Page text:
Ruth Davidson is facing calls to resign as an MSP after taking a paid job with a lobbying firm.
The former Scottish Conservatives leader has been appointed as a senior adviser to PR firm Tulchan Communications.
She will be paid £50,000 for 25 days' work a year on top of her MSP salary of £63,579.
But despite the criticism, the party said the role was "within all parliamentary and industry rules".
Ms Davidson, who gave birth to son Finn last year, resigned as Scottish Conservative leader in August.
At the time, the Edinburgh Central MSP admitted she was "hopelessly conflicted over Brexit".
Last month Ms Davidson confirmed she is unlikely to seek re-election in 2021.
Politicians who were criticised over second jobs
- Former Chancellor George Osborne faced calls to quit as an MP over his extra commitments. He was editing the London Evening Standard, working as an adviser at BlackRock, the chairman of the Northern Powerhouse Partnership, a Kissinger Fellow at the McCain Institute and undertook engagements at the Washington Speaker's Bureau.
- Kezia Dugdale was criticised for receiving a fee of £70,000 for appearing on I'm a Celebrity. The former Scottish Labour leader was formally reprimanded by her party for her absence from the Scottish Parliament while she was appearing on the ITV show.
- Former foreign secretaries Jack Straw and Sir Malcolm Rifkind were criticised after they were secretly recorded apparently offering their services to a private company for cash. Both denied any wrongdoing.
- Scottish Tory MP and Scottish Football Association referee Douglas Ross said he would no longer accept refereeing appointments when Parliament was sitting, after he was criticised for missing a debate on Universal Credit to run the line at a Champions League match.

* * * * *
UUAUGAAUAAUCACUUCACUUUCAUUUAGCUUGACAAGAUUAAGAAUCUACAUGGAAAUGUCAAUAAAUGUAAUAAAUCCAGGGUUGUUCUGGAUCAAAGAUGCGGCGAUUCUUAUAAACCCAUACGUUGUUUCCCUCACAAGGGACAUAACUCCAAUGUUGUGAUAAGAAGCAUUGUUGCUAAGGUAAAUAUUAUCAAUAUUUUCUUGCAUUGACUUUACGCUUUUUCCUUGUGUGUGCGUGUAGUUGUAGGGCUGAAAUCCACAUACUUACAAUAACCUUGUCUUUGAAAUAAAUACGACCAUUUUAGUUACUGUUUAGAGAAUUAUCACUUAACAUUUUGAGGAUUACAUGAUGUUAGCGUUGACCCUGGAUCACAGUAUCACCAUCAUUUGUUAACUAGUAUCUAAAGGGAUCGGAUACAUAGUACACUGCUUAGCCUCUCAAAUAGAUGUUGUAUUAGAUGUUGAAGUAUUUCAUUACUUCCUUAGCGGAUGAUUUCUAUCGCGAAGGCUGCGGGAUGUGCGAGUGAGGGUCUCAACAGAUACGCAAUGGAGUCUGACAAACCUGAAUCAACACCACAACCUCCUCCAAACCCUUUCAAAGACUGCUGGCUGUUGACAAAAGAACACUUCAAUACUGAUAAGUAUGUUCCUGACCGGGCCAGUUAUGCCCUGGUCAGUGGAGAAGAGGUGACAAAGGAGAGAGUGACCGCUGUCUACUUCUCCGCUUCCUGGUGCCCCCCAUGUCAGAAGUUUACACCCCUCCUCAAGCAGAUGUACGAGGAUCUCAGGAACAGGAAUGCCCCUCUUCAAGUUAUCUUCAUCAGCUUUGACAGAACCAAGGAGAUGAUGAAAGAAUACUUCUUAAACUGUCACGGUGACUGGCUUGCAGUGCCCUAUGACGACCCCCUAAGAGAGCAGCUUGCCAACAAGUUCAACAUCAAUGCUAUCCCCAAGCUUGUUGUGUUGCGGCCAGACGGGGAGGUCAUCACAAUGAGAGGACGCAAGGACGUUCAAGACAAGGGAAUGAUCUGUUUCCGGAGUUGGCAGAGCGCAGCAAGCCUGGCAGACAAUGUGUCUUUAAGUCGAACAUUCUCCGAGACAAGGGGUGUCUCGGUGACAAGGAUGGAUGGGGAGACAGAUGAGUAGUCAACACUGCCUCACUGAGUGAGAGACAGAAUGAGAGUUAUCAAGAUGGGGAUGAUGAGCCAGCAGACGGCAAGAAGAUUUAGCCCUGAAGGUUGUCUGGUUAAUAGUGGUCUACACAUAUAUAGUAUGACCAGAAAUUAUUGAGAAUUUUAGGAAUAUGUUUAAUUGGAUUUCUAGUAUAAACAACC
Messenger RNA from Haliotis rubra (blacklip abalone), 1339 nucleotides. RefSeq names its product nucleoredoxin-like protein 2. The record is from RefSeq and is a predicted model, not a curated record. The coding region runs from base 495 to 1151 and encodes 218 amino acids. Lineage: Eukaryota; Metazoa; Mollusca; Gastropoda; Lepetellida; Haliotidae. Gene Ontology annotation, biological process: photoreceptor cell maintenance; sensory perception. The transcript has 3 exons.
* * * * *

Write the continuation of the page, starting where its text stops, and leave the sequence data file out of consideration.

Scottish Labour MSP Neil Findlay plans to lodge a Member's Bill in the Scottish Parliament to ban MSPs from having second jobs.
He accused Ms Davidson of bringing the parliament "into disrepute" and said: "You cannot be a parliamentarian and a highly-paid lobbyist at the same time.
"If she wants to continue pocketing tens of thousands of pounds from this lobbying firm, she should resign as an MSP.
"The people of Edinburgh deserve an MSP that will represent them, not private corporations."
'Conflict of interest'
The SNP's Gordon MacDonald urged the former journalist to "decide which day job matters".
He said: "That's not only a conflict of interest - it's holding her constituents, and the Scottish Parliament as a whole, in contempt."
Scottish Greens co-leader Alison Johnstone and Scottish Liberal Democrat Mike Rumbles also called for Ms Davidson to step aside.
A Scottish Conservative spokesman said the role was "well within all parliamentary and industry rules.
"It is far less onerous than the party leadership she held for eight years, and she is able to complete the 16 hours a month it requires while still having more time for her family and constituency.
"Ruth is committed to seeing out her term as the MSP for Edinburgh Central."